Whether you have a child with a disability or not, the simple answer in almost all situations is yes.
Retaining a lawyer to draft a proper will does cost. Many of my clients have paid in the neighbourhood of $1,500 to $2,500 for powers of attorney and a will that includes a Henson Trust. The cost isn’t insignificant, but dying without a will can cost far more and there are other fairly unpleasant consequences.
In the absence of a will, the assets of an estate are disbursed in accordance with your province’s laws of intestacy, which have strict guidelines. Even a surviving spouse does not have the legal right to determine how the assets should be disbursed and they certainly can’t assume they are entitled to 100% of the estate.
In Ontario, if you die intestate (without a will), leaving a spouse and a child or multiple children behind, your spouse is entitled to the first $200,000 of your estate. The remainder of your assets are split between your spouse and your children, regardless of how old they may be. If you have one child, the amount above and beyond the initial $200,000 is split equally between your spouse and your child. If you have more than one child, the spouse receives the initial $200,000 and then one-third of the remaining assets. The other two-thirds is split equally between the children.
If one of the children has a disability, the situation becomes more complex, raising additional issues. Unfortunately, many of the resulting issues are not easily remedied. Most issues come with a cost, take time and energy to implement and the solutions are often less than satisfactory.
An example might be helpful. A man dies, leaving a wife and three sons behind and a 1.1 million dollar estate (after fees, taxes and other disbursements). The children are ages 12, 15 and 22. The oldest child has a significant developmental disability and is heavily dependent on his mother. The first $200,000 of the deceased’s estate goes to his wife. The wife would also receive an additional $300,000 (one-third of the remaining $900,000) and the remaining $600,000 would be divided equally between the three children.
Aside from the fact the money is not divided as the mother would like or in the best interests of the family, there are other complications. The money for the 12-year-old and 15-year-old may not be easily accessible. The mother is not given control of the assets simply because she is the mother. If she wants control of the assets, she has to apply to the courts. Think of the cost and the time, not to mention the emotional stress.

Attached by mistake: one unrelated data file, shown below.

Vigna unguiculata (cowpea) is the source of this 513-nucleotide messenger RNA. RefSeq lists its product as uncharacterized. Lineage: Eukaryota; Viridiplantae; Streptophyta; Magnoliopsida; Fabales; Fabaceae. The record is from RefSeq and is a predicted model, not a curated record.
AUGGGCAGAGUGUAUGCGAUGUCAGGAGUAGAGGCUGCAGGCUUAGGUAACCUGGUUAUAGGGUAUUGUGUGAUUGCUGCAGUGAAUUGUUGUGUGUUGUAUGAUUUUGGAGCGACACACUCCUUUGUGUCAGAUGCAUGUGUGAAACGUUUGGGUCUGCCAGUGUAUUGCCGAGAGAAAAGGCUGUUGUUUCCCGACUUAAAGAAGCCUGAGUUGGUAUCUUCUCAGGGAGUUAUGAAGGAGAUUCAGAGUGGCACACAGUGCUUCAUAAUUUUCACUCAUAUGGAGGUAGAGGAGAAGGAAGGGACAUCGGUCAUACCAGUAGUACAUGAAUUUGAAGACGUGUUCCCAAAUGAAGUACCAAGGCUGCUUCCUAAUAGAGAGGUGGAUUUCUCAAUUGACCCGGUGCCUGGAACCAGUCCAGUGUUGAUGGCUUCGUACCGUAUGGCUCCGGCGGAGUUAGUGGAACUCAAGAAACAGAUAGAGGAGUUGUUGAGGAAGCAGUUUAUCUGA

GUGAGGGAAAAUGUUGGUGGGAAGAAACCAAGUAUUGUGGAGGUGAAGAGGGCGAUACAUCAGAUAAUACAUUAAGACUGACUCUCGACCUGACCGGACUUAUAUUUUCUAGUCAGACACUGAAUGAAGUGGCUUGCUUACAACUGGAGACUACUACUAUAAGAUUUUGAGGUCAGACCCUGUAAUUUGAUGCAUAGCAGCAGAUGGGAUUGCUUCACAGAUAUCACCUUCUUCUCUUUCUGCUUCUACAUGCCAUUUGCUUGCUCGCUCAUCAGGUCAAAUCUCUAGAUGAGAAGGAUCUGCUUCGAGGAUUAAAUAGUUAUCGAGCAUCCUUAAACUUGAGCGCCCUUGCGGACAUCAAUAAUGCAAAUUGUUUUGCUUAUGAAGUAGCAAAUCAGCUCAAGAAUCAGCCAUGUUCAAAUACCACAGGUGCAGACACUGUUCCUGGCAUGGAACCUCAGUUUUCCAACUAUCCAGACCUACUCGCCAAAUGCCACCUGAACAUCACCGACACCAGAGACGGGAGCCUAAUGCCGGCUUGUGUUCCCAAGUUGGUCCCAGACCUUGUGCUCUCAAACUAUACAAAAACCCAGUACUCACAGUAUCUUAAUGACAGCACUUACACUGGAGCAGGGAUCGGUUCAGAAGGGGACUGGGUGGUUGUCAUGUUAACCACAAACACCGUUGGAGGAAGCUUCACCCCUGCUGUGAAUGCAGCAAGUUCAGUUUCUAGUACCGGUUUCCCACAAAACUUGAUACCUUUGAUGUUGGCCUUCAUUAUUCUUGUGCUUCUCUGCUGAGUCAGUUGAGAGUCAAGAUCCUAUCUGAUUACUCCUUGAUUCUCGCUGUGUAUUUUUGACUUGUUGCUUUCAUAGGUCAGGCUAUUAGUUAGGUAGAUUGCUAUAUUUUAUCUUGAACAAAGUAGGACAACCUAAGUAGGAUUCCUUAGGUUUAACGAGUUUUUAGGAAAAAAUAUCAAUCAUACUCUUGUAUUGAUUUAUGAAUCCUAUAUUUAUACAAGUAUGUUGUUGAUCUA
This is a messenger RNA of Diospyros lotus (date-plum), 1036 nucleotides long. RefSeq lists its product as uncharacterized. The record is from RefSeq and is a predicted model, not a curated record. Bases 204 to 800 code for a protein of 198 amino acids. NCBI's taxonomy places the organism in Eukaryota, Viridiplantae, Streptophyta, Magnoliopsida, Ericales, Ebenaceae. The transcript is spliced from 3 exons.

Even if the mother’s application to the courts is successful, she must spend the money allocated for her two younger sons in their best interest. The mother use the money from either of the younger sons’ inheritance to cover costs that are not in their benefit. Once they turn 18 they are adults and receive the remaining amounts in their names. Once the money is in their hands, it is their money. Not only would they be able to spend the money at their discretion, they may also demand a full accounting of all transactions while the money was managed by the mother. If they do request an accounting of how the money is spent and are not satisfied the money was spent in their best interests, they could pursue legal action against their mother.
The 22-year-old child receives his share of the estate in his name. Because the inheritance is given to him in his name, his Ontario Disability Support Program benefits maybe jeopardized, if not revoked entirely. Because he is single and has no dependents, he is not allowed more than $5,000 in assets in order to maintain his eligibility for ODSP. His ODSP can be reinstated by putting the money he has received into ODSP exempt assets, such as the RDSP, but there are other complicating issues that can get in the way.
Due to the severity of his developmental disability, the eldest son does not have the contractual capacity to manage his own money or even the ability to give his mother power of attorney over his assets. As a result, the mother would have to make another application to the courts to secure guardianship for her son. Until his mother secures guardianship, they money for the son will likely be managed by the Public Guardian and Trustee. More costs, delays and stress.
Even if the mother finally secures guardianship for her son, his portion of the estate may not be enough to respond to his needs because the children’s portion is divided equally and not in accordance with their needs. If the father died with a will, all of his assets could have been left to his wife for her determine how the money should be used. Without a will in place, the mother’s ability to decide how the money should be used, for whom it should be used and when it she be used is severely restricted.
At 1.1 million dollars, the father has left behind a significant estate that should be able to ease the financial challenges of his surviving spouse and his three children, but the size of the estate is not the only determining factor. Without proper planning, assets do not end up in the right hands, raising many issues where a satisfactory resolution may not exist. Any issues that can be addressed, at least to a certain extent, will come with a price tag, ultimately eroding the value of the estate, not to mention the inevitable delays and the ensuing emotional stress.
Effective estate planning helps to ensure assets go where they are intended, government benefits (i.e. ODSP) are safeguarded, delays and costs are minimized, taxes are reduced and stress is managed. The cost of a properly drafted will may not be insignificant, but the cost of not having a will is often far greater, profoundly affecting a family’s quality of life.